Title – The Death and Life of Otto Bloom (2016)
Director – Cris Jones (feature debut)
Cast – Xavier Samuel, Rachel Ward, Matilda Brown, Rose Riley, Terry Camilleri
Plot – Otto Bloom (Samuel) experiences time in reverse making his love with Ada (Ward and Brown) a tricky proposition as the world famous figure remembers only his future, not the past.
“What I thought of as his future was actually his past”
Review by Eddie on 01/11/2017
Credit where credit is due, small-budget Australian backed and made faux-doc The Death and Life of Otto Bloom largely overcomes its minuscule finances to deliver a unique and ambitious local offering that doesn’t make a whole lot of sense but offers up an engaging experience for its audience nonetheless.
With a high concept story at its core of Xavier Samuel’s mysterious Otto Bloom, who seemingly experiences life in reverse (so his past is the future and future the past) told in a documentary talking heads like manner that allows director Cris Jones to overcome budget restraints in an efficient manner, Bloom’s story shouldn’t be delved into too deeply by anyone but it allows Jones a chance to tell a love story with a difference and showcase a talent that we will hopefully see grow in the local industry in future projects.
Fake documentaries aren’t easy to pull off, especially in a day and age where so many quality documentaries are flooding the marketplace, so for Jones to succeed to the extent he does by making Bloom feel like a real event, is quite the feat that harbors some impressive DIY techniques and film trickery.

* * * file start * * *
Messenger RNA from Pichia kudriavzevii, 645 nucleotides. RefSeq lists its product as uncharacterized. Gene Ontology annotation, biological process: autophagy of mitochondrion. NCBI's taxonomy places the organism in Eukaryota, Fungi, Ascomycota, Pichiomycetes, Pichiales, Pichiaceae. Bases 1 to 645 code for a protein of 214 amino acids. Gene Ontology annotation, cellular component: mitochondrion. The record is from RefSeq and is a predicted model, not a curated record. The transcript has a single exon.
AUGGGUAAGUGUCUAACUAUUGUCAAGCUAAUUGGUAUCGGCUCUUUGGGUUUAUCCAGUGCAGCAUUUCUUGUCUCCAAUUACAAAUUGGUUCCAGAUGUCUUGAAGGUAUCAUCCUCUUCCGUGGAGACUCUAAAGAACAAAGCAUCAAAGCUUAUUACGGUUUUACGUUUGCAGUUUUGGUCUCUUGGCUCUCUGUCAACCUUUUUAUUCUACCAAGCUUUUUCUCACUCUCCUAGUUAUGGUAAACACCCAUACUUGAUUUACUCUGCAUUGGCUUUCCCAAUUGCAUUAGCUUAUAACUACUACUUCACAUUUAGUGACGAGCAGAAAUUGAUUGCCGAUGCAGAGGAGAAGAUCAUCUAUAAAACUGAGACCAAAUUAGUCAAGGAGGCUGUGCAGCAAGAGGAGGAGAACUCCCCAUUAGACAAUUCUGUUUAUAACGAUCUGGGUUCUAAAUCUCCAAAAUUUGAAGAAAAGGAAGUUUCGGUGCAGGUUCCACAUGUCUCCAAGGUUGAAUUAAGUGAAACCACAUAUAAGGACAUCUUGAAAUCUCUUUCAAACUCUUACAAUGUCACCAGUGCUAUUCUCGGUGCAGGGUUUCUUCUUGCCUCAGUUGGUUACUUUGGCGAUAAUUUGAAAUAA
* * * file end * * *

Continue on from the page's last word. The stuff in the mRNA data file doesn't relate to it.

It’s not to say Bloom isn’t without its fair share of moments that don’t work (in particular a segment where a sweaty Otto gives a special talk to a packed auditorium) but there’s a lot of moments that do work and with committed turns from leading man Samuel and then Rachel Ward and Matilda Brown as Bloom’s love interest Ada, Bloom’s vision of its goal to craft an original and non-linear story is one to be admired, even if the films reach does escape Jones’s grasp.
Final Say –
Head into The Death and Life of Otto Bloom with an open mind and a forgiving critical outlook and you’ll be rewarded with a well-intentioned and highly ambitious local production that suggests Jones is a filmmaker to keep a very close eye on and while the story might not make a whole lot of sense at the end of the day, which is to be expected with any such narrative, The Death and Life of Otto Bloom is one of our countries most commendable productions in recent times.
3 Burt Reynolds photos out of 5